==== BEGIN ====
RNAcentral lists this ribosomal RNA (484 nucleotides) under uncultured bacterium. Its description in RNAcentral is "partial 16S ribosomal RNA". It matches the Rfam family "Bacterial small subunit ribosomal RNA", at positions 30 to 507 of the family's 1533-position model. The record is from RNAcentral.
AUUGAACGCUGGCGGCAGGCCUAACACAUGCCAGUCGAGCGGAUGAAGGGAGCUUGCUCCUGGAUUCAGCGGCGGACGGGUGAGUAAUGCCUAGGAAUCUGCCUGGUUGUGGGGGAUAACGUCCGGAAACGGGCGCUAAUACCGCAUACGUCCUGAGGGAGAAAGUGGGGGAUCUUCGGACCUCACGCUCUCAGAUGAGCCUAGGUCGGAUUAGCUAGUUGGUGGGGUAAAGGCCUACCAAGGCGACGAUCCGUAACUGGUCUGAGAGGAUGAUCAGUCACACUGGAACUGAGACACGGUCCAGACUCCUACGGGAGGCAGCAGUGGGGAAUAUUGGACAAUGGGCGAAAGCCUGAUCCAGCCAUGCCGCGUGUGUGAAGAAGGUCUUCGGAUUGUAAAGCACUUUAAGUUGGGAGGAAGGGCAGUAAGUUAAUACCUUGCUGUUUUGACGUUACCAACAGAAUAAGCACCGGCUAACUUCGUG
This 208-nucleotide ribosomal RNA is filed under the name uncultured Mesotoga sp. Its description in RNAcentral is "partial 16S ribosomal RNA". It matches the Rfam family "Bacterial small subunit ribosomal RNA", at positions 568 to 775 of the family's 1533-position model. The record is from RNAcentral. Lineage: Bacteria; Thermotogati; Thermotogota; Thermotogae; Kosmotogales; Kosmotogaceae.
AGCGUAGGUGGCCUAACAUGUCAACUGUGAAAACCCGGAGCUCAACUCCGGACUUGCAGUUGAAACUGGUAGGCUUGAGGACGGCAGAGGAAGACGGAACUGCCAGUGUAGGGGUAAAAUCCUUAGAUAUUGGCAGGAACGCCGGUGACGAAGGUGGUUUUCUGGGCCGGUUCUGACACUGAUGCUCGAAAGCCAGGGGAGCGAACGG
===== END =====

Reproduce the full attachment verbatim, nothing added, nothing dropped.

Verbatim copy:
RNAcentral lists this ribosomal RNA (484 nucleotides) under uncultured bacterium. Its description in RNAcentral is "partial 16S ribosomal RNA". It matches the Rfam family "Bacterial small subunit ribosomal RNA", at positions 30 to 507 of the family's 1533-position model. The record is from RNAcentral.
AUUGAACGCUGGCGGCAGGCCUAACACAUGCCAGUCGAGCGGAUGAAGGGAGCUUGCUCCUGGAUUCAGCGGCGGACGGGUGAGUAAUGCCUAGGAAUCUGCCUGGUUGUGGGGGAUAACGUCCGGAAACGGGCGCUAAUACCGCAUACGUCCUGAGGGAGAAAGUGGGGGAUCUUCGGACCUCACGCUCUCAGAUGAGCCUAGGUCGGAUUAGCUAGUUGGUGGGGUAAAGGCCUACCAAGGCGACGAUCCGUAACUGGUCUGAGAGGAUGAUCAGUCACACUGGAACUGAGACACGGUCCAGACUCCUACGGGAGGCAGCAGUGGGGAAUAUUGGACAAUGGGCGAAAGCCUGAUCCAGCCAUGCCGCGUGUGUGAAGAAGGUCUUCGGAUUGUAAAGCACUUUAAGUUGGGAGGAAGGGCAGUAAGUUAAUACCUUGCUGUUUUGACGUUACCAACAGAAUAAGCACCGGCUAACUUCGUG
This 208-nucleotide ribosomal RNA is filed under the name uncultured Mesotoga sp. Its description in RNAcentral is "partial 16S ribosomal RNA". It matches the Rfam family "Bacterial small subunit ribosomal RNA", at positions 568 to 775 of the family's 1533-position model. The record is from RNAcentral. Lineage: Bacteria; Thermotogati; Thermotogota; Thermotogae; Kosmotogales; Kosmotogaceae.
AGCGUAGGUGGCCUAACAUGUCAACUGUGAAAACCCGGAGCUCAACUCCGGACUUGCAGUUGAAACUGGUAGGCUUGAGGACGGCAGAGGAAGACGGAACUGCCAGUGUAGGGGUAAAAUCCUUAGAUAUUGGCAGGAACGCCGGUGACGAAGGUGGUUUUCUGGGCCGGUUCUGACACUGAUGCUCGAAAGCCAGGGGAGCGAACGG